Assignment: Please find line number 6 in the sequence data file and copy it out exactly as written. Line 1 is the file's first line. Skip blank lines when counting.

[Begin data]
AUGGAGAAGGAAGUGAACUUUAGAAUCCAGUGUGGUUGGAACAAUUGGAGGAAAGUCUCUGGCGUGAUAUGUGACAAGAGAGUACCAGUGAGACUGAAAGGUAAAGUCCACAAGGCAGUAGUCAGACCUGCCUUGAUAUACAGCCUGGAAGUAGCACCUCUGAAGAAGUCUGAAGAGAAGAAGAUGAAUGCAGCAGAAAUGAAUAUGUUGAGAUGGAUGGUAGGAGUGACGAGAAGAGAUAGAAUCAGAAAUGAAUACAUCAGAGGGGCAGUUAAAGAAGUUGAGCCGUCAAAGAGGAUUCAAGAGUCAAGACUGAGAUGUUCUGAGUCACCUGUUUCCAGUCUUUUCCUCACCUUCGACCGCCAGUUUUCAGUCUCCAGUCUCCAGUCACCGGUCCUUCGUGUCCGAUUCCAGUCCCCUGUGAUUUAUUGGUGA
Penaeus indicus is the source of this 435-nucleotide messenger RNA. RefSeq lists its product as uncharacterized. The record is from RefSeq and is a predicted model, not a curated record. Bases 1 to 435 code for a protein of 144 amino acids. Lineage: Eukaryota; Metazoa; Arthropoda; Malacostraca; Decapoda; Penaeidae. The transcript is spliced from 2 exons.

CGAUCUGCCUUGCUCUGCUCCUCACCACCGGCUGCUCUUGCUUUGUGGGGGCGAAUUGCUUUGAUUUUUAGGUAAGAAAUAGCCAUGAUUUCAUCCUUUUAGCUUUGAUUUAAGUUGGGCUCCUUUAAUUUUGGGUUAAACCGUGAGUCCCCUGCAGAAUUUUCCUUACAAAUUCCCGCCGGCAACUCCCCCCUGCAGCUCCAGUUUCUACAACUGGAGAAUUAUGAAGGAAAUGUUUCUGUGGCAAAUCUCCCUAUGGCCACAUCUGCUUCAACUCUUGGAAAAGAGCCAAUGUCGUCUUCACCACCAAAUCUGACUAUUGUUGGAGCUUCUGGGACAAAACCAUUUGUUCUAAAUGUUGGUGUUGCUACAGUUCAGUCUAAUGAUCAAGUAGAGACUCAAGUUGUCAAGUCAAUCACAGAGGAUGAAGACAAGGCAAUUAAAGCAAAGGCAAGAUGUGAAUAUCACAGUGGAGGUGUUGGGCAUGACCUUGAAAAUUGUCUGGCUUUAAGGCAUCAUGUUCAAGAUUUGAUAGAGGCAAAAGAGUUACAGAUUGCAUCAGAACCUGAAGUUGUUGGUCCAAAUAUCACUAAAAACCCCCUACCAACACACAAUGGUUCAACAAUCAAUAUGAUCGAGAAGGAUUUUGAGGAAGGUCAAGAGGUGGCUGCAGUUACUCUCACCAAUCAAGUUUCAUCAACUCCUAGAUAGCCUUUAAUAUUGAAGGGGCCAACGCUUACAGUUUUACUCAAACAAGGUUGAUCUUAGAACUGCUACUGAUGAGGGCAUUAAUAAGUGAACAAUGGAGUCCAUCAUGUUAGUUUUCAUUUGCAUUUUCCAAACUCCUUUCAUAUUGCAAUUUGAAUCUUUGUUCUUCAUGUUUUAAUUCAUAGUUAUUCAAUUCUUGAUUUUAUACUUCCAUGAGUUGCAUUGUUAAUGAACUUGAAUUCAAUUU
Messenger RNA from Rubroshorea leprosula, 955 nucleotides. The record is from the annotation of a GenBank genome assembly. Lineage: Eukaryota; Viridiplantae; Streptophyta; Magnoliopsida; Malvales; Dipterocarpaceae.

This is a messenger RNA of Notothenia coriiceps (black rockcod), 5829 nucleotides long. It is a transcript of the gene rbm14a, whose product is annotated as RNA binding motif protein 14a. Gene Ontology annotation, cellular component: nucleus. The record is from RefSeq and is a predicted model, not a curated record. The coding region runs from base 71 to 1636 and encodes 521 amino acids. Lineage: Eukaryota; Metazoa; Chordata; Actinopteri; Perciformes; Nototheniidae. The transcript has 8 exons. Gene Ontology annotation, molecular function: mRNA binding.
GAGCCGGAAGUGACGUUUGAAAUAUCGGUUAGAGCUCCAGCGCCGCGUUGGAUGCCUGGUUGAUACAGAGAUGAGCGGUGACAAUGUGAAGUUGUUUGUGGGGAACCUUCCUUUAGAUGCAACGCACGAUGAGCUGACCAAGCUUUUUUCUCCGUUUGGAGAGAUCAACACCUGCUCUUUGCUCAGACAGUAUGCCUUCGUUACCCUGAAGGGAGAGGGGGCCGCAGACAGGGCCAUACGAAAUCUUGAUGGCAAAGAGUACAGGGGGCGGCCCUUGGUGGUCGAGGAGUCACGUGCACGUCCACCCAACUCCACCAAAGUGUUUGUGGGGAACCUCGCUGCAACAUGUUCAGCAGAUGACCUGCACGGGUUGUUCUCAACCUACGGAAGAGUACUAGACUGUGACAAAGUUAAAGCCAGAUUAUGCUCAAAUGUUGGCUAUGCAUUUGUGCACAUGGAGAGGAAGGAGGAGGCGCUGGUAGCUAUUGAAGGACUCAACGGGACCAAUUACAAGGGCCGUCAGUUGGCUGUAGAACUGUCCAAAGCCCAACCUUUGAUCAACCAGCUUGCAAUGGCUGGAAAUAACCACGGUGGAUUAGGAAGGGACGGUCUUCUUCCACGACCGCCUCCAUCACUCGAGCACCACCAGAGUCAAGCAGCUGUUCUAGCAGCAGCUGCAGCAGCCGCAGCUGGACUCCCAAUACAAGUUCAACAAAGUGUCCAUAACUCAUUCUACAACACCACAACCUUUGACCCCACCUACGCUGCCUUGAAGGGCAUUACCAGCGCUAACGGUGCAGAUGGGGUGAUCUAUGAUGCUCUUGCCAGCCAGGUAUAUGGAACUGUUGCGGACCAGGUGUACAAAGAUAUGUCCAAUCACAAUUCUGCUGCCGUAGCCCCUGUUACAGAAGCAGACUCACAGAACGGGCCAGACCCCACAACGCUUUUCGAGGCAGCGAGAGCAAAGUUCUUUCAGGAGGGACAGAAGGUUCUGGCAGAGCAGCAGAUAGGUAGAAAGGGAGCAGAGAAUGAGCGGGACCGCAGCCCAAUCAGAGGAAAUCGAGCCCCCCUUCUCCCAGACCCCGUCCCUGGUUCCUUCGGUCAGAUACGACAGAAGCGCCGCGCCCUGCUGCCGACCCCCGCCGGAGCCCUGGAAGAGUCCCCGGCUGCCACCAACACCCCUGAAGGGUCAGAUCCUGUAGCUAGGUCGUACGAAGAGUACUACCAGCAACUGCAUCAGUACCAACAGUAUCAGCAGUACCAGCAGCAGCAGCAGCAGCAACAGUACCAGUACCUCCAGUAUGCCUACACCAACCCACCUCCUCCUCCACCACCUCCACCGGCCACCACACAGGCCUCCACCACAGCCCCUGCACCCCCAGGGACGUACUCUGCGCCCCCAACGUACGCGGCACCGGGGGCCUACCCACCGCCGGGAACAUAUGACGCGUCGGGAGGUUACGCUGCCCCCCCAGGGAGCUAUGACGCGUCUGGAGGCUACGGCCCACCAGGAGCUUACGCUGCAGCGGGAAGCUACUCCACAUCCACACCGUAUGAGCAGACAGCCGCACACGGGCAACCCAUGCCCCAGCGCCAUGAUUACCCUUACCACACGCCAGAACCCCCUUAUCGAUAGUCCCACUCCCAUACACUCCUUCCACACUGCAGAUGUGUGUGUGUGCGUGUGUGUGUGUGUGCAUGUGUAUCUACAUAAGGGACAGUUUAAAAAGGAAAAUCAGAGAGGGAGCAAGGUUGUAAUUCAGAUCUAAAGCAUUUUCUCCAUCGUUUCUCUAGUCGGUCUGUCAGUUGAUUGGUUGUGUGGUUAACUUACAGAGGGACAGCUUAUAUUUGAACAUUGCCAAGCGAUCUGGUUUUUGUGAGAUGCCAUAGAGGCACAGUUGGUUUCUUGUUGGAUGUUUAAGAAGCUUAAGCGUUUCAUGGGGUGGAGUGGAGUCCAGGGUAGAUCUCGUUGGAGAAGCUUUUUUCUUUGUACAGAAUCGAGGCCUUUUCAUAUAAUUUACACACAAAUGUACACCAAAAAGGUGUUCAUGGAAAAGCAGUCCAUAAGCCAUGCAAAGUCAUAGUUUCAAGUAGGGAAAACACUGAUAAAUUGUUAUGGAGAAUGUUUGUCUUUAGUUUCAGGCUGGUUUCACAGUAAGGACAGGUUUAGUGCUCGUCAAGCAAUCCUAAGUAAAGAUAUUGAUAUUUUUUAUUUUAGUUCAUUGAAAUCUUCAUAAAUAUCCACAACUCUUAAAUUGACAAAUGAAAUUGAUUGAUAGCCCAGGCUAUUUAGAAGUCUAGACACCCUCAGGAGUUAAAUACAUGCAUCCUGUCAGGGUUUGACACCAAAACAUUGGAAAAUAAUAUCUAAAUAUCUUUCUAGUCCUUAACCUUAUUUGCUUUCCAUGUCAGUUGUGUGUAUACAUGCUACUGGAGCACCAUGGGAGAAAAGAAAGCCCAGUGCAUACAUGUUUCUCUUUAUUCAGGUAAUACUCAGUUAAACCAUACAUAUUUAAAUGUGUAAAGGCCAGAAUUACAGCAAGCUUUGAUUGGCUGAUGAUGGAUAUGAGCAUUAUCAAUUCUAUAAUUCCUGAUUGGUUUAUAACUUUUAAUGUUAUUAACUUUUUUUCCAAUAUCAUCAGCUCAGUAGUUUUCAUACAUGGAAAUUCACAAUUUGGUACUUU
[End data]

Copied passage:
GAGCCGGAAGUGACGUUUGAAAUAUCGGUUAGAGCUCCAGCGCCGCGUUGGAUGCCUGGUUGAUACAGAGAUGAGCGGUGACAAUGUGAAGUUGUUUGUGGGGAACCUUCCUUUAGAUGCAACGCACGAUGAGCUGACCAAGCUUUUUUCUCCGUUUGGAGAGAUCAACACCUGCUCUUUGCUCAGACAGUAUGCCUUCGUUACCCUGAAGGGAGAGGGGGCCGCAGACAGGGCCAUACGAAAUCUUGAUGGCAAAGAGUACAGGGGGCGGCCCUUGGUGGUCGAGGAGUCACGUGCACGUCCACCCAACUCCACCAAAGUGUUUGUGGGGAACCUCGCUGCAACAUGUUCAGCAGAUGACCUGCACGGGUUGUUCUCAACCUACGGAAGAGUACUAGACUGUGACAAAGUUAAAGCCAGAUUAUGCUCAAAUGUUGGCUAUGCAUUUGUGCACAUGGAGAGGAAGGAGGAGGCGCUGGUAGCUAUUGAAGGACUCAACGGGACCAAUUACAAGGGCCGUCAGUUGGCUGUAGAACUGUCCAAAGCCCAACCUUUGAUCAACCAGCUUGCAAUGGCUGGAAAUAACCACGGUGGAUUAGGAAGGGACGGUCUUCUUCCACGACCGCCUCCAUCACUCGAGCACCACCAGAGUCAAGCAGCUGUUCUAGCAGCAGCUGCAGCAGCCGCAGCUGGACUCCCAAUACAAGUUCAACAAAGUGUCCAUAACUCAUUCUACAACACCACAACCUUUGACCCCACCUACGCUGCCUUGAAGGGCAUUACCAGCGCUAACGGUGCAGAUGGGGUGAUCUAUGAUGCUCUUGCCAGCCAGGUAUAUGGAACUGUUGCGGACCAGGUGUACAAAGAUAUGUCCAAUCACAAUUCUGCUGCCGUAGCCCCUGUUACAGAAGCAGACUCACAGAACGGGCCAGACCCCACAACGCUUUUCGAGGCAGCGAGAGCAAAGUUCUUUCAGGAGGGACAGAAGGUUCUGGCAGAGCAGCAGAUAGGUAGAAAGGGAGCAGAGAAUGAGCGGGACCGCAGCCCAAUCAGAGGAAAUCGAGCCCCCCUUCUCCCAGACCCCGUCCCUGGUUCCUUCGGUCAGAUACGACAGAAGCGCCGCGCCCUGCUGCCGACCCCCGCCGGAGCCCUGGAAGAGUCCCCGGCUGCCACCAACACCCCUGAAGGGUCAGAUCCUGUAGCUAGGUCGUACGAAGAGUACUACCAGCAACUGCAUCAGUACCAACAGUAUCAGCAGUACCAGCAGCAGCAGCAGCAGCAACAGUACCAGUACCUCCAGUAUGCCUACACCAACCCACCUCCUCCUCCACCACCUCCACCGGCCACCACACAGGCCUCCACCACAGCCCCUGCACCCCCAGGGACGUACUCUGCGCCCCCAACGUACGCGGCACCGGGGGCCUACCCACCGCCGGGAACAUAUGACGCGUCGGGAGGUUACGCUGCCCCCCCAGGGAGCUAUGACGCGUCUGGAGGCUACGGCCCACCAGGAGCUUACGCUGCAGCGGGAAGCUACUCCACAUCCACACCGUAUGAGCAGACAGCCGCACACGGGCAACCCAUGCCCCAGCGCCAUGAUUACCCUUACCACACGCCAGAACCCCCUUAUCGAUAGUCCCACUCCCAUACACUCCUUCCACACUGCAGAUGUGUGUGUGUGCGUGUGUGUGUGUGUGCAUGUGUAUCUACAUAAGGGACAGUUUAAAAAGGAAAAUCAGAGAGGGAGCAAGGUUGUAAUUCAGAUCUAAAGCAUUUUCUCCAUCGUUUCUCUAGUCGGUCUGUCAGUUGAUUGGUUGUGUGGUUAACUUACAGAGGGACAGCUUAUAUUUGAACAUUGCCAAGCGAUCUGGUUUUUGUGAGAUGCCAUAGAGGCACAGUUGGUUUCUUGUUGGAUGUUUAAGAAGCUUAAGCGUUUCAUGGGGUGGAGUGGAGUCCAGGGUAGAUCUCGUUGGAGAAGCUUUUUUCUUUGUACAGAAUCGAGGCCUUUUCAUAUAAUUUACACACAAAUGUACACCAAAAAGGUGUUCAUGGAAAAGCAGUCCAUAAGCCAUGCAAAGUCAUAGUUUCAAGUAGGGAAAACACUGAUAAAUUGUUAUGGAGAAUGUUUGUCUUUAGUUUCAGGCUGGUUUCACAGUAAGGACAGGUUUAGUGCUCGUCAAGCAAUCCUAAGUAAAGAUAUUGAUAUUUUUUAUUUUAGUUCAUUGAAAUCUUCAUAAAUAUCCACAACUCUUAAAUUGACAAAUGAAAUUGAUUGAUAGCCCAGGCUAUUUAGAAGUCUAGACACCCUCAGGAGUUAAAUACAUGCAUCCUGUCAGGGUUUGACACCAAAACAUUGGAAAAUAAUAUCUAAAUAUCUUUCUAGUCCUUAACCUUAUUUGCUUUCCAUGUCAGUUGUGUGUAUACAUGCUACUGGAGCACCAUGGGAGAAAAGAAAGCCCAGUGCAUACAUGUUUCUCUUUAUUCAGGUAAUACUCAGUUAAACCAUACAUAUUUAAAUGUGUAAAGGCCAGAAUUACAGCAAGCUUUGAUUGGCUGAUGAUGGAUAUGAGCAUUAUCAAUUCUAUAAUUCCUGAUUGGUUUAUAACUUUUAAUGUUAUUAACUUUUUUUCCAAUAUCAUCAGCUCAGUAGUUUUCAUACAUGGAAAUUCACAAUUUGGUACUUU